American Idol Top 10 Performance Recap: To Thine Own Selfie Be True [Updated]

_MB13151On tomorrow’s American Idol results show, Jennifer Lopez will perform her new single “I Luh Ya Papi (Not a Typo),” and it will almost certainly be a debacle of sparkly fabric, preternaturally glowing skin, gyrating netherregions and Auto-Tune.

But to-ni-iii-iii-iii-iii-iii-ght, during the Season 13 Top 10 performance show, Jenny From the Block set the world on fire, and shone brighter than the su-uhh-uhh-uhh-uhh-nnn.

RELATED | American Idol‘s Keith Urban on Song Deconstruction, Blunt Feedback and Guaranteed Use of ‘The Save’

Seriously, on a night where Harry Connick Jr. broke out my new favorite phrase (#BereftOfJoy) and pledged not to attend contestants’ rehearsals (huzzah!) and where Keith Urban mixed a perfectly balanced cocktail of truth and warmth and exactitude, it was J.Lo who stood out for delivering what was unquestionably her finest night of critiques in three seasons on the panel.

The Season 13 Top 10, on the other hand, well, like Vanessa Williams (and the Isley Brothers before her), they’ve got work to do.

But don’t take the preceding sentence as a cantankerous dis: The kids are ai’ight all right! Sure, Majesty Rose needs to find a way to contain her “fear face” and 17-year-old Sam Woolf needs to steer clear of lyrics about a drunken barfly who left a scar on his girlfriend’s face during an unfortunate altercation, but these are the kinds of wrinkles that can be handled with a trip to the dry cleaners — or maybe even with one of those nifty sprays you can buy down at the local Target. (The Top 10 also proved highly amusing while posing with their voting numbers in staged “selfies.” Oh, Idol does love its buzzwords. #pow.)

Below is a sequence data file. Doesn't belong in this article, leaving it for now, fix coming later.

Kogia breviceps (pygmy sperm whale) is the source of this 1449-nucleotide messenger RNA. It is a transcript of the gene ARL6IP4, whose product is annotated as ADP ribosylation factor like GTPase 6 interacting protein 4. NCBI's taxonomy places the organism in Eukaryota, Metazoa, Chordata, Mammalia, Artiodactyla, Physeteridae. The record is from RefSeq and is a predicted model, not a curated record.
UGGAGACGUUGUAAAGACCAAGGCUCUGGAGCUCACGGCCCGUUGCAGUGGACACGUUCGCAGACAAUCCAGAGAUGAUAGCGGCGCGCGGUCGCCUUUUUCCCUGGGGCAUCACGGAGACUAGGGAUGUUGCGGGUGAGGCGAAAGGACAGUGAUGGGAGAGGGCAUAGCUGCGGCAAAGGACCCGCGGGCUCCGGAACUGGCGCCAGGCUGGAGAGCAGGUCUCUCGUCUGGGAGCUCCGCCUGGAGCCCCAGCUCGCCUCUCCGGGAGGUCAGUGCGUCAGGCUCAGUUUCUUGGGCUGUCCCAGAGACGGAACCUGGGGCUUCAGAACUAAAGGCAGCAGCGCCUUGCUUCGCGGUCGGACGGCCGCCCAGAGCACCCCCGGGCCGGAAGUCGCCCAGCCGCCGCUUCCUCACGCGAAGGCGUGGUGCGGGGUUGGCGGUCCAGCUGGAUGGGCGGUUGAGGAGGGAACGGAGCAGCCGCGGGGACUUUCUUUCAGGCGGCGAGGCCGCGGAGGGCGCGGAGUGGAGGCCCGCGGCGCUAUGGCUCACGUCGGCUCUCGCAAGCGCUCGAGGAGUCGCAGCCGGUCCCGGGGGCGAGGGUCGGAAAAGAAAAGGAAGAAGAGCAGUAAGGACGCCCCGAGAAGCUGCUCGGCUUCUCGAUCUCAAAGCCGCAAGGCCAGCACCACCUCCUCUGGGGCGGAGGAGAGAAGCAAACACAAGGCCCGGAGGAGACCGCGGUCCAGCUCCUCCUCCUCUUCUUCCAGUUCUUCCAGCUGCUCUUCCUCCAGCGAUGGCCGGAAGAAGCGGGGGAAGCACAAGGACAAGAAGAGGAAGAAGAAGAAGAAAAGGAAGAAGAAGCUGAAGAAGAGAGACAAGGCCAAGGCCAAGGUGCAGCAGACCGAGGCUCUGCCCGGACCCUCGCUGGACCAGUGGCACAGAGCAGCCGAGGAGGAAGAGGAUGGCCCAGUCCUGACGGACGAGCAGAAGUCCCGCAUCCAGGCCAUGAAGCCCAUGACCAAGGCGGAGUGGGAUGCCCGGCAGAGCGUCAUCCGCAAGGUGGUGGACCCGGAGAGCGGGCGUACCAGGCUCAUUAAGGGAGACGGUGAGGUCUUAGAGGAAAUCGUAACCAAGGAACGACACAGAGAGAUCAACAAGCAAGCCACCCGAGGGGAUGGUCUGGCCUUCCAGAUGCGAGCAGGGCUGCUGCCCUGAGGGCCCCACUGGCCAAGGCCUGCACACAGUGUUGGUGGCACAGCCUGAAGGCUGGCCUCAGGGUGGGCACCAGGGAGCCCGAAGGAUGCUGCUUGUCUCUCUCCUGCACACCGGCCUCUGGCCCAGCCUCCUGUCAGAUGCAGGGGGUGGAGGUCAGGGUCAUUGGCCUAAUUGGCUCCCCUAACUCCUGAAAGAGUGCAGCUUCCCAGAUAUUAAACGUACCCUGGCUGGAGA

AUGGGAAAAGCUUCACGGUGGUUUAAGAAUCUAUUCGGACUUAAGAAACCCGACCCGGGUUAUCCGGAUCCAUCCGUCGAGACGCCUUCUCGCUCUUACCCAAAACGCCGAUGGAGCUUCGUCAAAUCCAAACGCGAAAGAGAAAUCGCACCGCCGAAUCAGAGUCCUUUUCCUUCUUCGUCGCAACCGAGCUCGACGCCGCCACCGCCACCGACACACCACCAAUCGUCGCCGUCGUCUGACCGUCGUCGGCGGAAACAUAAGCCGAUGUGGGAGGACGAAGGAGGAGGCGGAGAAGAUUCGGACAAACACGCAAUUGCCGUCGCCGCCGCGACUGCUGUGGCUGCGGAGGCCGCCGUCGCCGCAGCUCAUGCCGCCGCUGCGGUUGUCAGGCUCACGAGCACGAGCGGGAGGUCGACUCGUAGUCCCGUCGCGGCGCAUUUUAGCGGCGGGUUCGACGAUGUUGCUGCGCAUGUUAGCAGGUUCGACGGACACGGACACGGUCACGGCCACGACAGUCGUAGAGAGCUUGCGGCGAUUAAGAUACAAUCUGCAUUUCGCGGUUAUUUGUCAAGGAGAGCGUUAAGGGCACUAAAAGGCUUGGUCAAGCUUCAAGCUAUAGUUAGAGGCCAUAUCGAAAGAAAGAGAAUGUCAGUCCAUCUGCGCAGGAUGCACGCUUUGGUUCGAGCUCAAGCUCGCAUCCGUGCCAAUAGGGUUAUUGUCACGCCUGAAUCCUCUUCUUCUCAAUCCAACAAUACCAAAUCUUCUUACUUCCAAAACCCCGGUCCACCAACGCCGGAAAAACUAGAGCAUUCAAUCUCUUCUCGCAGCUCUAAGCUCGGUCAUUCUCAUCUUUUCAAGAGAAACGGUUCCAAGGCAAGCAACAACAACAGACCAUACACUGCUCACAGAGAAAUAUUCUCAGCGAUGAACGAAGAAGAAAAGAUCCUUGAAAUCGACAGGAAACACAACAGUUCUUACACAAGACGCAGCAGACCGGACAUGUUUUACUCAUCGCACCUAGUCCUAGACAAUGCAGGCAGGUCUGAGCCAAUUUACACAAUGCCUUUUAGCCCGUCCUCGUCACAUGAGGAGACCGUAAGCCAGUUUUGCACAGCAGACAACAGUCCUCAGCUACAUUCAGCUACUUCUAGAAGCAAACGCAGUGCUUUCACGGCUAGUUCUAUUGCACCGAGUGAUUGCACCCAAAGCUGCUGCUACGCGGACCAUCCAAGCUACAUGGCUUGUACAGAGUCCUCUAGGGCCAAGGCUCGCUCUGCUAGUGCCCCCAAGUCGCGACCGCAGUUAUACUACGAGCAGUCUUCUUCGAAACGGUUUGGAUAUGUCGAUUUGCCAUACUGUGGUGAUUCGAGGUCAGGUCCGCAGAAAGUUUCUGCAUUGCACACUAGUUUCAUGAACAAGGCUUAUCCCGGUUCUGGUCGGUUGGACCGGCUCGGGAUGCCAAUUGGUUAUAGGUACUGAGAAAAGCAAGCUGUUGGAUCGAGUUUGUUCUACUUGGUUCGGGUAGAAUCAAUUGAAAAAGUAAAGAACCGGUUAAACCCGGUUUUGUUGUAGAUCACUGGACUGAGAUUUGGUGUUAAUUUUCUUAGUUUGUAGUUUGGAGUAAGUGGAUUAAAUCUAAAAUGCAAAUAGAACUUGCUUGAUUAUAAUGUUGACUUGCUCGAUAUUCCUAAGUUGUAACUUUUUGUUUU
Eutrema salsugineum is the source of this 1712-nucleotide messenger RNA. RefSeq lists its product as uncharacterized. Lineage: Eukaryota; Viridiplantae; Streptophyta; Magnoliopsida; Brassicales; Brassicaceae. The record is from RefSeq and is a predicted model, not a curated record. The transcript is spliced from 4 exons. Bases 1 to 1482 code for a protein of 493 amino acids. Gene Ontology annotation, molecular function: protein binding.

_MB13043So, yes, I remain cautiously optimistic — emphasis on “cautiously” — that somebody (or several somebodys) are on the edge of glory, thisclose to proving worthy of inheriting the crown worn by Clarkson, Cook, Sparks, McCreery and their ilk.

On that note, let’s jump right to letter grades for tonight’s contestants:

M.K. Nobilette: Pink’s “Perfect” — Grade: D+ | When I first heard that M.K. — a vocalist who’s at her best when she’s mellow and lilting — was tackling a hard-charging belter like Pink, I assumed she’d be stripping back the arrangement, slowing down the tempo and remagining the jam as an inspirational lullabye. But nope, girlfriend pretty much took the route of least creativity, delivering a karaoke arrangement (and a “stare in the mirror” intro championed by The Voice‘s Michelle Chamuel) that exposed her inability to stay in the pocket and to convey real urgency in her singing. There was so much dead space in between M.K.’s phrases that my attention kept drifting — that is until she botched her segue into the second chorus and then tried to cover it with multiple downward glances and some tentative caterwauling. J.Lo and Harry gave pretty tough feedback, and even M.K.’s post-commercial defense — “I thought it was pretty solid, for what it was” — conveyed a certain sense of defeat, no?

Dexter Roberts: Florida Georgia Line’s “Cruise” — Grade: C- | To be fair, Dexter really did take his biggest/only risk to date by slowing down the tempo for the opening half of Florida Georgia Line’s propulsive party jam. Problem was that stripped of the steady, rhythmic movement — J.Lo did a nice recreation using stomps and claps — there’s not a whole lot to recommend “Cruise”: It’s hardly a vocal showcase (and even then, Dexter hit his fair share of bum notes) and the lyrical connection definitely suffered from Dexter’s mumbly drawl. Like a glass of water you drank three Thursdays ago or a Randy Jackson mentoring soundbite, this performance was so void of flavor, so lacking in oomph that it’ll be nothing more than a vague memory by the weekend.